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More conference shuffling afoot?

Stony Brook guard Marcus Rouse reacts on the

Stony Brook guard Marcus Rouse reacts on the court against Vermont in the second half of the NCAA Division I men's basketball game at Pritchard Gymnasium. (February 15, 2013) PHOTO CREDIT: KATHLEEN MALONE-VAN DYKE (Credit: Kathleen Malone-Van Dyke)

News of the “Catholic 7” having a lucrative TV deal with Fox along with its reported plans to bring Butler, Xavier, Creighto, Dayton and St. Louis into the fold will certainly create a ripple effect in the Northeast region.

That means Stony Brook could be impacted.

The CAA already lost VCU and is set to lose Georgia State and Old Dominion. The College of Charleston will join the league as a fulltime member next year. Even with the addition of Charleston, the CAA needs to prepare for the possible loss of a program like George Mason to the Atlantic-10.

The league also needs to cope with the eventual loss of Richmond from its football contingent.

Charleston will give the CAA nine teams in basketball, which not exactly a desired number to be at. Most leagues prefer 10 to 12 teams. So where does Stony Brook, which will begin playing football in the CAA in the fall, come in?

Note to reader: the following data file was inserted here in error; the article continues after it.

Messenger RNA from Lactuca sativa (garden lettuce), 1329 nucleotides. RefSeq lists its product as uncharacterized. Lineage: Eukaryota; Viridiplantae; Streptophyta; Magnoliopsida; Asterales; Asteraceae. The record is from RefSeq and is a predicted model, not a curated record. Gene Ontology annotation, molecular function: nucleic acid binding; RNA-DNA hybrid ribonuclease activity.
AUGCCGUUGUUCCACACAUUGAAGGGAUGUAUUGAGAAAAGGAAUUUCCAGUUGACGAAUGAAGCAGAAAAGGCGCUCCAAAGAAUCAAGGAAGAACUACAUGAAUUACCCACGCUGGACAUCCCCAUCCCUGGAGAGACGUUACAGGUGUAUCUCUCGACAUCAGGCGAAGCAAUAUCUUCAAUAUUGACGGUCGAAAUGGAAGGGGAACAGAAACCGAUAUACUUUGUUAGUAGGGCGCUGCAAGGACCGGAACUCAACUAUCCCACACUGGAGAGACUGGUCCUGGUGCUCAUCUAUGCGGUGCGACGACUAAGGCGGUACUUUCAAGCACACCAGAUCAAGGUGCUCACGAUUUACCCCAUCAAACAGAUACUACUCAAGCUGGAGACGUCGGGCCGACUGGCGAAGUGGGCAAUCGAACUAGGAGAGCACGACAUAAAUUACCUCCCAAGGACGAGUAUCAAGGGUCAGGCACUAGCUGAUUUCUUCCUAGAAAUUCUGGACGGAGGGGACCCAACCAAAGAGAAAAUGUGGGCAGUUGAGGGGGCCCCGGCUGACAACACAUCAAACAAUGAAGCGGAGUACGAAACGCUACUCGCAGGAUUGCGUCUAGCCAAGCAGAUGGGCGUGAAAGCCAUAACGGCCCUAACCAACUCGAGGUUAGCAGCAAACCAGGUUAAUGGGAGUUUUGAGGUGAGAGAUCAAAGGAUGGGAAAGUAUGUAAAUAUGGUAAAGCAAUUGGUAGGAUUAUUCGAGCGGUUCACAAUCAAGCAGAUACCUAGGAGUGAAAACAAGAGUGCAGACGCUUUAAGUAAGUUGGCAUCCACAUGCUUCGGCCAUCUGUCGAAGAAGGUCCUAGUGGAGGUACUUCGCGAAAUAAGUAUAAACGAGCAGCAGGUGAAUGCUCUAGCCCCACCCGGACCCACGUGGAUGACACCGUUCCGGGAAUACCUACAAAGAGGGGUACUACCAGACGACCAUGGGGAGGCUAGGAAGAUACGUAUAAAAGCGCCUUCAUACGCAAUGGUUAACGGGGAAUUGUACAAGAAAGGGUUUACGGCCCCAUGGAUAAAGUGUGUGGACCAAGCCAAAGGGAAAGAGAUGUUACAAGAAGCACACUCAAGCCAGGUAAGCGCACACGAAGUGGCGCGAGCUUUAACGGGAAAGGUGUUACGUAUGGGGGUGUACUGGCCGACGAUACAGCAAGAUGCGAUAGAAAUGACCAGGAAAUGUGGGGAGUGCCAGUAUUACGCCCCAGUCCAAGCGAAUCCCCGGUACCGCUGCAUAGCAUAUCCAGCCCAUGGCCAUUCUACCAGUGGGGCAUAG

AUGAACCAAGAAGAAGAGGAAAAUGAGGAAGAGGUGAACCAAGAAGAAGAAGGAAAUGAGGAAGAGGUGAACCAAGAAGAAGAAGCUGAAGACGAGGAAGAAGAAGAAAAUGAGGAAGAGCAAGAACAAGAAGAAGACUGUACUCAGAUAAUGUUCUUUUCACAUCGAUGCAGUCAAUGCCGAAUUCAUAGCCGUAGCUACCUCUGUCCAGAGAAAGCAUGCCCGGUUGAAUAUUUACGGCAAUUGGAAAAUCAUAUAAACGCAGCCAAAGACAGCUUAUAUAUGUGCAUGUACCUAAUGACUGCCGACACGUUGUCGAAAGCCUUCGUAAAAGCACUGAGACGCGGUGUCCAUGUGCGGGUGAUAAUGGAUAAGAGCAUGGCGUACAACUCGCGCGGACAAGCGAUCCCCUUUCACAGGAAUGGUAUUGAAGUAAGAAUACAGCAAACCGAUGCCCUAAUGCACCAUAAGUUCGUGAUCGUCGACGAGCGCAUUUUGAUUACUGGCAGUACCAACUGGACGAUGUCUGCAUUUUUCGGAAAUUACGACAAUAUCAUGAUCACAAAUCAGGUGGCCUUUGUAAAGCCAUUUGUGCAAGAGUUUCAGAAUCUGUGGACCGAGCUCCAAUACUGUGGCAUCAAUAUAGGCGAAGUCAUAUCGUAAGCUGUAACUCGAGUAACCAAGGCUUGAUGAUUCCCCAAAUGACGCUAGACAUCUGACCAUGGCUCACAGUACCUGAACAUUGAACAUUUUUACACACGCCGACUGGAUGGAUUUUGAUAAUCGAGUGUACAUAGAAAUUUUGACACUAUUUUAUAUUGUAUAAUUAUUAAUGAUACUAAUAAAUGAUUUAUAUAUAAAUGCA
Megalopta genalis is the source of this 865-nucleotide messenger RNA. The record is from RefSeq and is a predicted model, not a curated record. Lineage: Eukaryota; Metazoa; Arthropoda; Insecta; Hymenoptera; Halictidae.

The CAA could ask the Seawolves to become a full member of the league instead of just for football. It’s a logical move considering the success of Stony Brook’s baseball, softball and lacrosse programs.

But asking Stony Brook to become a fulltime member of a league that has all but three of its teams south of Delaware might be a lot to ask. The travel budget would be significantly higher than it is now.

If the CAA opted to expand to 12 teams, it would make a move for Stony Brook a little more enticing. Further expansion would open the door for Maine, New Hampshire (both football members of the CAA) or maybe Albany, which has been successful in both football and basketball.

Adding Maine, New Hampshire and or Albany to the mix would allow the CAA to break into north and south divisions, something Stony Brook would likely prefer.

There is an outside chance this could have an impact on Hofsra, too. It's a long shot, but the Atlantic-10 could come calling the Pride. Think it's crazy? With a few of its best teams possibly on the way out and Temple set to bolt in all sports next season, the league could be looking for another non-football member.

Hofsra could fit that bill. Again, it's a long shot, but you never know these days.


 

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